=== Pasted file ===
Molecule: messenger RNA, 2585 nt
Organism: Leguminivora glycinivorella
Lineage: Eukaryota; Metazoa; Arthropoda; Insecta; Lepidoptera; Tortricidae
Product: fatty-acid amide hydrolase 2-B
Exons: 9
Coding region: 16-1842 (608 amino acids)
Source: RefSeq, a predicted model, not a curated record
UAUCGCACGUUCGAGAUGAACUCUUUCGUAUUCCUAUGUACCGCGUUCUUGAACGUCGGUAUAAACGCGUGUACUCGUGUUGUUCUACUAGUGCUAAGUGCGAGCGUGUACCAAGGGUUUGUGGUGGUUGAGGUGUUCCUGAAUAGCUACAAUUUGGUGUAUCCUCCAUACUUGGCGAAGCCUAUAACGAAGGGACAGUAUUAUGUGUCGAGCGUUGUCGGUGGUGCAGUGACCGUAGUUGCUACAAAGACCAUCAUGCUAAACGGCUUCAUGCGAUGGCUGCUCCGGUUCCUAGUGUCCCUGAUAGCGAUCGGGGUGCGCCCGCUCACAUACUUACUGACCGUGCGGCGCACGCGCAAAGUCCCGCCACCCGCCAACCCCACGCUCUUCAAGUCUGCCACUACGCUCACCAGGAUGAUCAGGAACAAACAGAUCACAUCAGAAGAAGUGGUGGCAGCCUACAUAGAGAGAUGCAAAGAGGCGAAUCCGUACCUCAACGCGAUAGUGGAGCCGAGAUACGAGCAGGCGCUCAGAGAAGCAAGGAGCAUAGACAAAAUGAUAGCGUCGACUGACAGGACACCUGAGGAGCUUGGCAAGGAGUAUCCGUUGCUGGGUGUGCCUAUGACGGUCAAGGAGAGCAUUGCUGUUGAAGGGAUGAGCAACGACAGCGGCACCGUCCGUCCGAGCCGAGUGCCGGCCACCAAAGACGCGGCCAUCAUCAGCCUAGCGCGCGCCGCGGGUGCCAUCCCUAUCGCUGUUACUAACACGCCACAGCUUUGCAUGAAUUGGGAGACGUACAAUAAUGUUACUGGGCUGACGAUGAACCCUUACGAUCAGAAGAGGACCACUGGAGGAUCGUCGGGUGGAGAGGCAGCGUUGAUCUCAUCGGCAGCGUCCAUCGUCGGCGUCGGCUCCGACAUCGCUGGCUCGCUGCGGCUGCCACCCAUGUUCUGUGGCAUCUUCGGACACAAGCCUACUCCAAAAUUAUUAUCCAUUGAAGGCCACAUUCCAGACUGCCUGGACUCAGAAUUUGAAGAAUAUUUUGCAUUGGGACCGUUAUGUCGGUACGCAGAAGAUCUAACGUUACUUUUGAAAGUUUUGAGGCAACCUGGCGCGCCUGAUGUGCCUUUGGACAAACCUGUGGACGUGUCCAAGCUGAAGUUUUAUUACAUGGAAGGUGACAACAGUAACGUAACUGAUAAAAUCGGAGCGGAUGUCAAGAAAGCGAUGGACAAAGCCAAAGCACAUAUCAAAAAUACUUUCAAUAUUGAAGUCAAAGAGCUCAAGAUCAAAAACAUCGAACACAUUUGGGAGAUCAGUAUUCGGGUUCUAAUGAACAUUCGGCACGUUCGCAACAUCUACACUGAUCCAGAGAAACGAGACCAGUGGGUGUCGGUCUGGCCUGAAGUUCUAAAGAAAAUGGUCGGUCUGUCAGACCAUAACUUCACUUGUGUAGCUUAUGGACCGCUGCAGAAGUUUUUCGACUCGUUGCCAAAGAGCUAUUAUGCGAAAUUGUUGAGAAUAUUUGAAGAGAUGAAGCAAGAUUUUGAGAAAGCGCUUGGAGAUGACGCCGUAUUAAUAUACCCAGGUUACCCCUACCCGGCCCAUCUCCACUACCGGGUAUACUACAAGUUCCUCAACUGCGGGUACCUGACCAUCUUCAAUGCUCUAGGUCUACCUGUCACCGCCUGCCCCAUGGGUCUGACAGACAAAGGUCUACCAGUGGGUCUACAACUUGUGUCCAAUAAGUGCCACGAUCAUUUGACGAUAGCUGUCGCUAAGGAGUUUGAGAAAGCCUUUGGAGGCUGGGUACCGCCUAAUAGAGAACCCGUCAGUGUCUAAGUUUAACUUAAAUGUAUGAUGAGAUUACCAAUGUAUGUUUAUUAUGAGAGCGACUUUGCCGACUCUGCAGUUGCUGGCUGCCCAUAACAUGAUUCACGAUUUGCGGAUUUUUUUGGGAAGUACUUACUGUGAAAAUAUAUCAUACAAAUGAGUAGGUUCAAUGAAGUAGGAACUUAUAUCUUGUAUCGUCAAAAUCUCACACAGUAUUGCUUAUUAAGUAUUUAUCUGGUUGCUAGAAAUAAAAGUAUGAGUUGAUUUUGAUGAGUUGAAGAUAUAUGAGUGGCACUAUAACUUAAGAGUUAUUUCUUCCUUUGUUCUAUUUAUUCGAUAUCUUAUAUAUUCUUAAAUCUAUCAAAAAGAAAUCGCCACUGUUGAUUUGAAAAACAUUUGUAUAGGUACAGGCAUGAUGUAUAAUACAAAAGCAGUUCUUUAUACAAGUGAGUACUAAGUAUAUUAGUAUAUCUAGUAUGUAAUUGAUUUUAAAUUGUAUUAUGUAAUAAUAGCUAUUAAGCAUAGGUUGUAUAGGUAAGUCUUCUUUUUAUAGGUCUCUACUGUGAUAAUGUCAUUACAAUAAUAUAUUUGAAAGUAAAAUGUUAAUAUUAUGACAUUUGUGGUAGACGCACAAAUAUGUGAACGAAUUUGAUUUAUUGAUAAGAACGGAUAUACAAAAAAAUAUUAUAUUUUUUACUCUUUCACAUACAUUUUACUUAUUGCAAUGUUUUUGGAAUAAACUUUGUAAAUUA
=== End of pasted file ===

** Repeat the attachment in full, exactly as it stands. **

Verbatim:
Molecule: messenger RNA, 2585 nt
Organism: Leguminivora glycinivorella
Lineage: Eukaryota; Metazoa; Arthropoda; Insecta; Lepidoptera; Tortricidae
Product: fatty-acid amide hydrolase 2-B
Exons: 9
Coding region: 16-1842 (608 amino acids)
Source: RefSeq, a predicted model, not a curated record
UAUCGCACGUUCGAGAUGAACUCUUUCGUAUUCCUAUGUACCGCGUUCUUGAACGUCGGUAUAAACGCGUGUACUCGUGUUGUUCUACUAGUGCUAAGUGCGAGCGUGUACCAAGGGUUUGUGGUGGUUGAGGUGUUCCUGAAUAGCUACAAUUUGGUGUAUCCUCCAUACUUGGCGAAGCCUAUAACGAAGGGACAGUAUUAUGUGUCGAGCGUUGUCGGUGGUGCAGUGACCGUAGUUGCUACAAAGACCAUCAUGCUAAACGGCUUCAUGCGAUGGCUGCUCCGGUUCCUAGUGUCCCUGAUAGCGAUCGGGGUGCGCCCGCUCACAUACUUACUGACCGUGCGGCGCACGCGCAAAGUCCCGCCACCCGCCAACCCCACGCUCUUCAAGUCUGCCACUACGCUCACCAGGAUGAUCAGGAACAAACAGAUCACAUCAGAAGAAGUGGUGGCAGCCUACAUAGAGAGAUGCAAAGAGGCGAAUCCGUACCUCAACGCGAUAGUGGAGCCGAGAUACGAGCAGGCGCUCAGAGAAGCAAGGAGCAUAGACAAAAUGAUAGCGUCGACUGACAGGACACCUGAGGAGCUUGGCAAGGAGUAUCCGUUGCUGGGUGUGCCUAUGACGGUCAAGGAGAGCAUUGCUGUUGAAGGGAUGAGCAACGACAGCGGCACCGUCCGUCCGAGCCGAGUGCCGGCCACCAAAGACGCGGCCAUCAUCAGCCUAGCGCGCGCCGCGGGUGCCAUCCCUAUCGCUGUUACUAACACGCCACAGCUUUGCAUGAAUUGGGAGACGUACAAUAAUGUUACUGGGCUGACGAUGAACCCUUACGAUCAGAAGAGGACCACUGGAGGAUCGUCGGGUGGAGAGGCAGCGUUGAUCUCAUCGGCAGCGUCCAUCGUCGGCGUCGGCUCCGACAUCGCUGGCUCGCUGCGGCUGCCACCCAUGUUCUGUGGCAUCUUCGGACACAAGCCUACUCCAAAAUUAUUAUCCAUUGAAGGCCACAUUCCAGACUGCCUGGACUCAGAAUUUGAAGAAUAUUUUGCAUUGGGACCGUUAUGUCGGUACGCAGAAGAUCUAACGUUACUUUUGAAAGUUUUGAGGCAACCUGGCGCGCCUGAUGUGCCUUUGGACAAACCUGUGGACGUGUCCAAGCUGAAGUUUUAUUACAUGGAAGGUGACAACAGUAACGUAACUGAUAAAAUCGGAGCGGAUGUCAAGAAAGCGAUGGACAAAGCCAAAGCACAUAUCAAAAAUACUUUCAAUAUUGAAGUCAAAGAGCUCAAGAUCAAAAACAUCGAACACAUUUGGGAGAUCAGUAUUCGGGUUCUAAUGAACAUUCGGCACGUUCGCAACAUCUACACUGAUCCAGAGAAACGAGACCAGUGGGUGUCGGUCUGGCCUGAAGUUCUAAAGAAAAUGGUCGGUCUGUCAGACCAUAACUUCACUUGUGUAGCUUAUGGACCGCUGCAGAAGUUUUUCGACUCGUUGCCAAAGAGCUAUUAUGCGAAAUUGUUGAGAAUAUUUGAAGAGAUGAAGCAAGAUUUUGAGAAAGCGCUUGGAGAUGACGCCGUAUUAAUAUACCCAGGUUACCCCUACCCGGCCCAUCUCCACUACCGGGUAUACUACAAGUUCCUCAACUGCGGGUACCUGACCAUCUUCAAUGCUCUAGGUCUACCUGUCACCGCCUGCCCCAUGGGUCUGACAGACAAAGGUCUACCAGUGGGUCUACAACUUGUGUCCAAUAAGUGCCACGAUCAUUUGACGAUAGCUGUCGCUAAGGAGUUUGAGAAAGCCUUUGGAGGCUGGGUACCGCCUAAUAGAGAACCCGUCAGUGUCUAAGUUUAACUUAAAUGUAUGAUGAGAUUACCAAUGUAUGUUUAUUAUGAGAGCGACUUUGCCGACUCUGCAGUUGCUGGCUGCCCAUAACAUGAUUCACGAUUUGCGGAUUUUUUUGGGAAGUACUUACUGUGAAAAUAUAUCAUACAAAUGAGUAGGUUCAAUGAAGUAGGAACUUAUAUCUUGUAUCGUCAAAAUCUCACACAGUAUUGCUUAUUAAGUAUUUAUCUGGUUGCUAGAAAUAAAAGUAUGAGUUGAUUUUGAUGAGUUGAAGAUAUAUGAGUGGCACUAUAACUUAAGAGUUAUUUCUUCCUUUGUUCUAUUUAUUCGAUAUCUUAUAUAUUCUUAAAUCUAUCAAAAAGAAAUCGCCACUGUUGAUUUGAAAAACAUUUGUAUAGGUACAGGCAUGAUGUAUAAUACAAAAGCAGUUCUUUAUACAAGUGAGUACUAAGUAUAUUAGUAUAUCUAGUAUGUAAUUGAUUUUAAAUUGUAUUAUGUAAUAAUAGCUAUUAAGCAUAGGUUGUAUAGGUAAGUCUUCUUUUUAUAGGUCUCUACUGUGAUAAUGUCAUUACAAUAAUAUAUUUGAAAGUAAAAUGUUAAUAUUAUGACAUUUGUGGUAGACGCACAAAUAUGUGAACGAAUUUGAUUUAUUGAUAAGAACGGAUAUACAAAAAAAUAUUAUAUUUUUUACUCUUUCACAUACAUUUUACUUAUUGCAAUGUUUUUGGAAUAAACUUUGUAAAUUA